NYU Black Renaissance Noire Spring 2015 - Page 113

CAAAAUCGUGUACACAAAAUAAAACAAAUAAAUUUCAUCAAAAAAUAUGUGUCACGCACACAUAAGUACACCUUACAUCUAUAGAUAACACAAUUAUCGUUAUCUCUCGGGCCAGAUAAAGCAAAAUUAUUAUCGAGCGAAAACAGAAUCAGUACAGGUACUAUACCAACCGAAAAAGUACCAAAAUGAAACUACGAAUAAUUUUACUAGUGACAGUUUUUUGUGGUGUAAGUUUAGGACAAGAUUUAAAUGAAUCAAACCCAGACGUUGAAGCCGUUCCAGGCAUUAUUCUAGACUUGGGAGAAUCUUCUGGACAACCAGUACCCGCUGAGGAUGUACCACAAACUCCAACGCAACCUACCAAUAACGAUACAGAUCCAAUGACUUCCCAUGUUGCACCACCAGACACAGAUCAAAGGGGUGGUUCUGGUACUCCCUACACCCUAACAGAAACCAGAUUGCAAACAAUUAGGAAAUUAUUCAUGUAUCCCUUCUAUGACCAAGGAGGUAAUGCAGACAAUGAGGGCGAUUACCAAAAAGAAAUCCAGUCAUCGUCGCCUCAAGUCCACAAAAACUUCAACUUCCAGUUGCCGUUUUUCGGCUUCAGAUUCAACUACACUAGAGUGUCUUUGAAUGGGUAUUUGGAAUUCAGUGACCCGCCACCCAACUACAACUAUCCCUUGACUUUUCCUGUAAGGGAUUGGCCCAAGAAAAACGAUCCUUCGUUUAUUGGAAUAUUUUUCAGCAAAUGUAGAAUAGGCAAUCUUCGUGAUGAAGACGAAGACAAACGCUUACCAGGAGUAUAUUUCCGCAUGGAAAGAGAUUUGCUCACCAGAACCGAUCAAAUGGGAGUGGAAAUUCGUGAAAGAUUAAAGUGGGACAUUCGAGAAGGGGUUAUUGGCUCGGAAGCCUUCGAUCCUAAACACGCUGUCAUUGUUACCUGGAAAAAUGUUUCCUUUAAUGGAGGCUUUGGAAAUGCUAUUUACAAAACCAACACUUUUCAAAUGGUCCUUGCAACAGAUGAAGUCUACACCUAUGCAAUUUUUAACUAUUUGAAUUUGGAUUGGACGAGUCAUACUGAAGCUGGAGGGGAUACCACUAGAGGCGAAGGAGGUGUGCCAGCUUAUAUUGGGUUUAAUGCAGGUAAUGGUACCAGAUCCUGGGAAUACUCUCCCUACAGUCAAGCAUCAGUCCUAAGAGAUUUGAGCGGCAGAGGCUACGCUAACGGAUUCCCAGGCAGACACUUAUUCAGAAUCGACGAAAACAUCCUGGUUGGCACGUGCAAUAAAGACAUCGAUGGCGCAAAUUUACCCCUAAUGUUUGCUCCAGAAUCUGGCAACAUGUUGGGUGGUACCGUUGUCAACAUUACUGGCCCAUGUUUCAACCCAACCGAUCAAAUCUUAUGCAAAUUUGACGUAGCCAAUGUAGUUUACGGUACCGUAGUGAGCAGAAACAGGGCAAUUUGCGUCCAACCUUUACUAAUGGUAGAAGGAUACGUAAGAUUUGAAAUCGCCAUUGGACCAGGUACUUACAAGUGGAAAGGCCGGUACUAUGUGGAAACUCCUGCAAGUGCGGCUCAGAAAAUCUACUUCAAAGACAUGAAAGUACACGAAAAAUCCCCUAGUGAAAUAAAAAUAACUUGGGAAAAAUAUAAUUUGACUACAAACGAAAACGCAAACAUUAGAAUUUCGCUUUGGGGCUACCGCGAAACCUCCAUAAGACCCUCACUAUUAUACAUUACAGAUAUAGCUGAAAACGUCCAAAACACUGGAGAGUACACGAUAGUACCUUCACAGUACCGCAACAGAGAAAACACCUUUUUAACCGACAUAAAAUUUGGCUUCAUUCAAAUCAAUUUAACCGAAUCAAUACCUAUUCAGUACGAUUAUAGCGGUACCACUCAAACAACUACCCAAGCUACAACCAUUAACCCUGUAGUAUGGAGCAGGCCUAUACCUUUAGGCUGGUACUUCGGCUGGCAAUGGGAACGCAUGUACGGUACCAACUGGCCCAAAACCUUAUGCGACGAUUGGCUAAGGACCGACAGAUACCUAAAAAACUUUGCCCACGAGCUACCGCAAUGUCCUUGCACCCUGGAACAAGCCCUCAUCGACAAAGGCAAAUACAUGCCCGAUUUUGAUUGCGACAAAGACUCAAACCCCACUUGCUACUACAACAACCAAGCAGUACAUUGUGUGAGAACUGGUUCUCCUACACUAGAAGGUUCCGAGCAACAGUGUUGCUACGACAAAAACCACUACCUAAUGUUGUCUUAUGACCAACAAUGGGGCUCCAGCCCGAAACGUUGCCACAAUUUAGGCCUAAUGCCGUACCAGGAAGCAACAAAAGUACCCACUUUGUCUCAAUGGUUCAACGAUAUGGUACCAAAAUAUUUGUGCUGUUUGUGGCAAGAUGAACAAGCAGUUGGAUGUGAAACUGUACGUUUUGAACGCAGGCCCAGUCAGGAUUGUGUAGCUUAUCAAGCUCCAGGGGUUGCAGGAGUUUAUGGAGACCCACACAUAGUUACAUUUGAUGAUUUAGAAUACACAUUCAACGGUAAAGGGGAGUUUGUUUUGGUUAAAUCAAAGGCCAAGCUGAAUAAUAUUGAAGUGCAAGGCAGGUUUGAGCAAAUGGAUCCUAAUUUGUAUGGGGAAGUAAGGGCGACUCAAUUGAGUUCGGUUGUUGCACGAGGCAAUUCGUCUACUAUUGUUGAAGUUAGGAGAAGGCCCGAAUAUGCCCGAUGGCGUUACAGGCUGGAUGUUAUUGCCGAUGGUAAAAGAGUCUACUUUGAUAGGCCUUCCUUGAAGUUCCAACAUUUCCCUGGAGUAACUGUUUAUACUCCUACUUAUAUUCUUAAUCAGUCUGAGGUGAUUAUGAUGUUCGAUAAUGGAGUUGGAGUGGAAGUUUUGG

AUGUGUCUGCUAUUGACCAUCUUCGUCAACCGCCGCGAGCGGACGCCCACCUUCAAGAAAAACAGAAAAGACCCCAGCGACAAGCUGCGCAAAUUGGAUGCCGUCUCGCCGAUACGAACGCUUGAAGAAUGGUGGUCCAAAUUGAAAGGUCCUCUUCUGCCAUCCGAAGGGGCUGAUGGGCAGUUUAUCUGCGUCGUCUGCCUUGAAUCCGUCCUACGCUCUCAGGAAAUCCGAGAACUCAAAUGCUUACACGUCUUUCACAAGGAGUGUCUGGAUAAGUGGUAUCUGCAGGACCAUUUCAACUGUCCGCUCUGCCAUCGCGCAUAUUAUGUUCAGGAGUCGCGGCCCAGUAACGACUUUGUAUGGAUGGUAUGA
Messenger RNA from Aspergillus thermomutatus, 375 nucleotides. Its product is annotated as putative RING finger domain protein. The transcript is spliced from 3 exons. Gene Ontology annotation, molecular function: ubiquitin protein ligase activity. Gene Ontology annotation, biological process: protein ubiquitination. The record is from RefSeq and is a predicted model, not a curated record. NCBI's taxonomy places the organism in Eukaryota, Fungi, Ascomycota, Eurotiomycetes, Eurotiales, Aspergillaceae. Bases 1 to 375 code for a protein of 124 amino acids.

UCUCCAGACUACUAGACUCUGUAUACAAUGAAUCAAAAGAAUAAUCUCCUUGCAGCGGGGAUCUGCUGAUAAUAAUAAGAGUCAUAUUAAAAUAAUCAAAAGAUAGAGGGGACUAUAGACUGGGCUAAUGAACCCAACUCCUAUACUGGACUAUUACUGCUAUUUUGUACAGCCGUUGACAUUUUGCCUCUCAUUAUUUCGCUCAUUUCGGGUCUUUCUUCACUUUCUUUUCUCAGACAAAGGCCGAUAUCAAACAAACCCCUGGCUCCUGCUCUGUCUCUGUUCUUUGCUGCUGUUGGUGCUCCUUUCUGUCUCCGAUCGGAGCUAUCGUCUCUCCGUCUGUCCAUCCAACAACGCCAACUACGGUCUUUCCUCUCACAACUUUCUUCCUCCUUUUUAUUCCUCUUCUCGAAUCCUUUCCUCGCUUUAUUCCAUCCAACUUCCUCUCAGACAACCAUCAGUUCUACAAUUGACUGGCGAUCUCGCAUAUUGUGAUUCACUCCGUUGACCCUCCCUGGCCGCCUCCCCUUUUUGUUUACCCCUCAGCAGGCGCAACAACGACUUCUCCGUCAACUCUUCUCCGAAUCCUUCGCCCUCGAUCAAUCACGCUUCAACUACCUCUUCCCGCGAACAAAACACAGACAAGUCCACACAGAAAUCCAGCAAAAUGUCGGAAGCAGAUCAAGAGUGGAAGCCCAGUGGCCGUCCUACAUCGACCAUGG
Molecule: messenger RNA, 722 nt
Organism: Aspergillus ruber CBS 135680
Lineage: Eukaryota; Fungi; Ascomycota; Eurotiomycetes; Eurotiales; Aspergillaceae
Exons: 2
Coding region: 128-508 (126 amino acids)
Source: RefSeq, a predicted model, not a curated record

The organization of African time was even more severely truncated. In Berlin-style colonial schools, Africans were not taught in any detail the pre-colonial history of this continent. The pretext was that such a history did not exist to be taught. As for the period of antiquity, that span between five thousand and two thousand years ago, when Africa produced its most systematically structured political, social, cultural and intellectual achievements, the ignorance of African intellectuals educated under the Berlin regime was practically total — quite deliberately and functionally so. For such a program of miseducation to succeed, the real history of the African continent for more than three-fifths of its recorded history had to be fenced off and declared intellectually off-limits to prospective African intellectuals. More than three-quarters of the remaining two millennia were then presented as a period of vague, confused, essentially unknowable movements, leaving the most recent five hundred years, the period of the second wave of European invasions beginning in the fifteenth century, as the only period in which African history could seriously be studied. That period, serendipitously, coincided with the occupation and dismemberment of Africa under European control. In effect, the study of African history under the Berlin system was the study of the extension of European power into Africa. Scholars who take the trouble to study actual historical documents find out easily enough that it was only in the 7th century that Arab invaders took over North Africa. Oral traditions from Axum to Darfur and Senegal tell us that in the centuries following European and Arab invasions of ancient Egypt, African populations seeking safety migrated down the Nile valley through Sudan and farther, into south, central, east and west Africa. The news today confirms the tale of history: that as Arab power presses southward in Sudan, Africans there migrate through Chad, Nigeria, Niger and Mali, to other areas in West Africa. Any researcher can check these realities on the ground. BLACK RENAISSANCE NOIRE The Berlin conference, by giving any European state with a sufficiently powerful army a license to snip off portions of Africa for its own use, made the fragmentation of Africa the requisite configuration of the success of European rule. For this rule to be extended into the future, the reality of African fragmentation had to be imprinted on African minds as the actual, de facto, and eventually natural, de jure, condition of life in Africa. If this design succeeded, at the end of one or two generations of European rule and education, groups of African intellectuals would grow up in the administratively separated territories thinking of themselves as Kenyans, Ugandans, Malians, Gambians, Rwandans and so forth. At the top of the elite social structure, individuals would no longer be able to conceive of African space as continuous. Instead, their mental geography would consist, if they were in Angola, of a space called Angola, imagined as separate from other territories in its African environment, but directly linked with Portugal, in such a way that the first, natural impulse of such an individual, when he or she wished to travel, would be to think of going to Lisbon, not to any place in Africa. Ghanaian, Nigerian, Kenyan and Zimbabwean intellectuals were similarly tied, in their mental geography, to Britain, like Ivorian, Guinean, Congolese and Centrafrican intellectuals to France. So much for o